Personal posts by public historian, Rose O'Keefe
The up side of finishing The Body Keeps the Score: Brain, Mind, and Body in the Healing of Trauma, by Bessel van der Kolk (2014), is that I learned a lot about how people react differently to trauma. The down side is that some examples were stunning and triggering. The book showed me the importance of practicing how to relax.
What's It Like?
Yesterday, I found out what I need to know to upload All Rights for All as an eBook, but coming up with its description is still a challenge. I have to have a short clear answer to, what’s it like?
Acts of Kindness
In the article in Sunday’s Rochester Democrat & Chronicle, “A look back at the forgotten history of Memorial Day,” Richard Gardner wrote that the annual observance began in 1866 in Columbus, Georgia, where mourners, usually women, decorated the graves of Confederate and Union soldiers.
Summer Reading List
What a pleasure to look through the Summer Reading Special Edition in Sunday’s paper. The selections were a treat: heroics, thrillers, memoir, celebrity memoirs, new reads, gift books, poetry and adaptations. The thought of any one of them with a comfy chair, in warm weather, made me smile. Thank you, USA Today Network.
A Way With Words
Business coach George Kao has such a way with words. In his May post, he wrote about accepting being exactly where you are, not upset about your level of success. He used the example of a white-belt martial artist not being ready to compete with a black-belt martial artist. Right.
Newbery-Award-winning books have taken me around the world. The preface of Elizabeth Borton de Trevino’s I, Juan de Pareja, hooked me right in, as did her narrator’s voice of a black slave, who grew up in one household in Sevilla, Spain, in the early 1600s. After his master’s death, Juan was willed to a family in Madrid, and endured horrendous hardships on the way. It took decades for the events to unfold between Spain, Italy and back, and the eventual death of the new master, Spanish painter Diego Velazquez. Although this story was fictional, the settings and relationships were believable and satisfying.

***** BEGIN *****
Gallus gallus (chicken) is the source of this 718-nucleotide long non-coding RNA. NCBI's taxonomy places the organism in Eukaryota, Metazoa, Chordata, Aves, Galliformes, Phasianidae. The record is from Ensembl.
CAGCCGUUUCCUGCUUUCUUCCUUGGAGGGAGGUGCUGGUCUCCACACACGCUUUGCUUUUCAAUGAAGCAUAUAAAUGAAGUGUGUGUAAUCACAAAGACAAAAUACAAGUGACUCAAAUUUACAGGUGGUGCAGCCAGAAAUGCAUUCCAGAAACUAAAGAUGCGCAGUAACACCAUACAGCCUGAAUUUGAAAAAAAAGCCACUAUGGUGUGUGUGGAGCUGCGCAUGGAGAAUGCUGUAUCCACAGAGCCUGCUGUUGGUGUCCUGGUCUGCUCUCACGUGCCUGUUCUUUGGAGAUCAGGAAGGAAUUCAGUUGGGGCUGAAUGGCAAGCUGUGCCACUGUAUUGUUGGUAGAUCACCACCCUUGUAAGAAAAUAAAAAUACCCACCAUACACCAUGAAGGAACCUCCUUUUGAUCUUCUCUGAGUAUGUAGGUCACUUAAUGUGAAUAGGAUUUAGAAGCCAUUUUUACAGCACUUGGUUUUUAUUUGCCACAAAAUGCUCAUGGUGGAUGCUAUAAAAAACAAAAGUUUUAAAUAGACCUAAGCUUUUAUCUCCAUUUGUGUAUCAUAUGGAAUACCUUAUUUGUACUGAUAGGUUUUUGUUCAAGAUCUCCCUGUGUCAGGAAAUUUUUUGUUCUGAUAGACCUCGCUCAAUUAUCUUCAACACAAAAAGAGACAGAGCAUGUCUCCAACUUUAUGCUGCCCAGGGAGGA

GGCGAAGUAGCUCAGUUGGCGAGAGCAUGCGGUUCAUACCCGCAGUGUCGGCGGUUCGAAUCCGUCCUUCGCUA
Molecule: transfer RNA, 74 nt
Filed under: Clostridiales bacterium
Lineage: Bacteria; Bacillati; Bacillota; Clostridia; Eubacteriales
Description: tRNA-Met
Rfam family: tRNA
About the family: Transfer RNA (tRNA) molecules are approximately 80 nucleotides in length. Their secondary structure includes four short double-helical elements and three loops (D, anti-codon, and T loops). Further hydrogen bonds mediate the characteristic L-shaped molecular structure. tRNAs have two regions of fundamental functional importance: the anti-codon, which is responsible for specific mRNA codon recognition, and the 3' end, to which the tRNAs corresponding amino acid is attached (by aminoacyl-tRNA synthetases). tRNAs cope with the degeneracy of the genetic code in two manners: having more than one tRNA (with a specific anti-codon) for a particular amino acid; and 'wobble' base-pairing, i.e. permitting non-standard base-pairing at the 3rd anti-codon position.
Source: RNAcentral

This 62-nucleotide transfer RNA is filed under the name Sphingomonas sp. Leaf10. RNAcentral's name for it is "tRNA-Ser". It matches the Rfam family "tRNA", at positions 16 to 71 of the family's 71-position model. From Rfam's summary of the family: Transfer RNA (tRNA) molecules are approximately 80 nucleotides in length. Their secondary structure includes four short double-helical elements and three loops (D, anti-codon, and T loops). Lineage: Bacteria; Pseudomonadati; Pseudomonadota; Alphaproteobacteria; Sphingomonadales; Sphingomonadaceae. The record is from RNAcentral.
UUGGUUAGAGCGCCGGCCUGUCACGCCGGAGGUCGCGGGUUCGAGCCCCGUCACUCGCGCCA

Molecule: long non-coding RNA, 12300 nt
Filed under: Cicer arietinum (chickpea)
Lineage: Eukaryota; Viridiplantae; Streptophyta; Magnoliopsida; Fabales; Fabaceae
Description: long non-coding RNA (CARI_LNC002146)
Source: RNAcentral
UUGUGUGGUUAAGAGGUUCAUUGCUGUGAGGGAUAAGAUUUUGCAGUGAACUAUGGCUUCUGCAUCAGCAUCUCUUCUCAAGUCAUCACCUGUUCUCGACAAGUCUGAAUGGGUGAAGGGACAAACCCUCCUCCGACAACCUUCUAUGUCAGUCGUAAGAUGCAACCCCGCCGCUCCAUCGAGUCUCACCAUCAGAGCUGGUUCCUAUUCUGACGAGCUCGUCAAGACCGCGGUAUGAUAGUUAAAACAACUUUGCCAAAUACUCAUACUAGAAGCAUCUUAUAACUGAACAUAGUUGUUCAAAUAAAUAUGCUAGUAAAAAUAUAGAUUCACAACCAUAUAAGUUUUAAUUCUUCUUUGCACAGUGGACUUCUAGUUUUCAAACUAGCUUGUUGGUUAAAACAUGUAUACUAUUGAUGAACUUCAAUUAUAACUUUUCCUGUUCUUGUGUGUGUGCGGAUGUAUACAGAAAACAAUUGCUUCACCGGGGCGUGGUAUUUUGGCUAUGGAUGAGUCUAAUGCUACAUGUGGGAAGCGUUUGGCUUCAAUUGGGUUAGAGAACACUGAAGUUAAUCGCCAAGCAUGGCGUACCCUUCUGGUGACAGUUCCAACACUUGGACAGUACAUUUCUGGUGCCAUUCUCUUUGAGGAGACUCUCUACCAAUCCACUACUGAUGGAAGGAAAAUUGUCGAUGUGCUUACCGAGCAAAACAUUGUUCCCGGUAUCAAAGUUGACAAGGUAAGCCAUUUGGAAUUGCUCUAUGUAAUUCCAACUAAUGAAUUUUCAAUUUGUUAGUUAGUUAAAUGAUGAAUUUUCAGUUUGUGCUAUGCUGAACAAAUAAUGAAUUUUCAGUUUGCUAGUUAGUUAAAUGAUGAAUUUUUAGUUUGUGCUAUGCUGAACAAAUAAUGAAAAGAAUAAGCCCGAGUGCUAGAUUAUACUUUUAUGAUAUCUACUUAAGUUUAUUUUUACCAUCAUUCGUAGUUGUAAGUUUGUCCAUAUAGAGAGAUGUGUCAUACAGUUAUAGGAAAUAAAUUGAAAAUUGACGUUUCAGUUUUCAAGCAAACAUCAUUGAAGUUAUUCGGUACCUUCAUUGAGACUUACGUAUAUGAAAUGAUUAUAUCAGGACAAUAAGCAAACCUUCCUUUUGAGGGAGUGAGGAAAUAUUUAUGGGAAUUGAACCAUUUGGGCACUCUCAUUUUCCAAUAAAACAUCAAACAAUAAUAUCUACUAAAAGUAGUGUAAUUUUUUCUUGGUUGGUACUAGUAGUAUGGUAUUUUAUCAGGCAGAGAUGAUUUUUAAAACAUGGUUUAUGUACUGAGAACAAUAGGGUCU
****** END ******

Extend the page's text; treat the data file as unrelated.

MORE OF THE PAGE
Piles of Books
Despite getting most of my books from the library and donating my favorite books regularly, I still live in a house with bookshelves that have no space for new books, and piles of books in almost every room. Recently, I pulled out one that had been on my bedroom night table and wondered why it was still there? It was my friend Paula Weld-Cary’s My Origami Mother: Reclaiming My Life After an Abusive Childhood (2022). Ends up, I had finished her moving memoir, but hadn’t read parts two and three on stories and ways to heal in which she referred to The Body Keeps the Score: Brain, Mind, and Body in the Healing of Trauma, by Bessel van der Kolk (2014).
So Many Stories
While traveling a few weeks ago, we picked up Women’s History: Distinguished Women of Pennsylvania put out by Pennsylvania State Senator Carolyn Comitta. This free magazine had over two dozen biographies of women artists, athletes, government workers, writers, scientists, and social reformers. Women included some born in the state like Marian Anderson and Louisa May Alcott, and others with strong connections, like Hannah Callowhill Penn and Lucretia Mott. Most had a picture, and a good bio. It was a pleasure to learn about this impressive selection of women, in such an attractive format. Its large print and enough white space made it easy on the eyes.
The idea that once I got back on track after surgery, I’d go back to what set me up for a bypass in the first place, has been upsetting. No, I don’t miss running around like a squirrel burying its stash. As I’ve returned to a few regular activities, I’ve have to consider why I’m doing them when my energy level is still low? During the pandemic, posting a blog was one way to overcome the intense loneliness. Now that certain conditions have eased while other world problems seem to have worsened, what makes sense?
If you were to divide 8 billion people by 365 days of the year, you’d get millions of people having the same birthday. It blew my mind to think of so many people feeling special on the same day. Today is to be the birthday of Nathaniel Bowditch (1773-1838), a most remarkable man.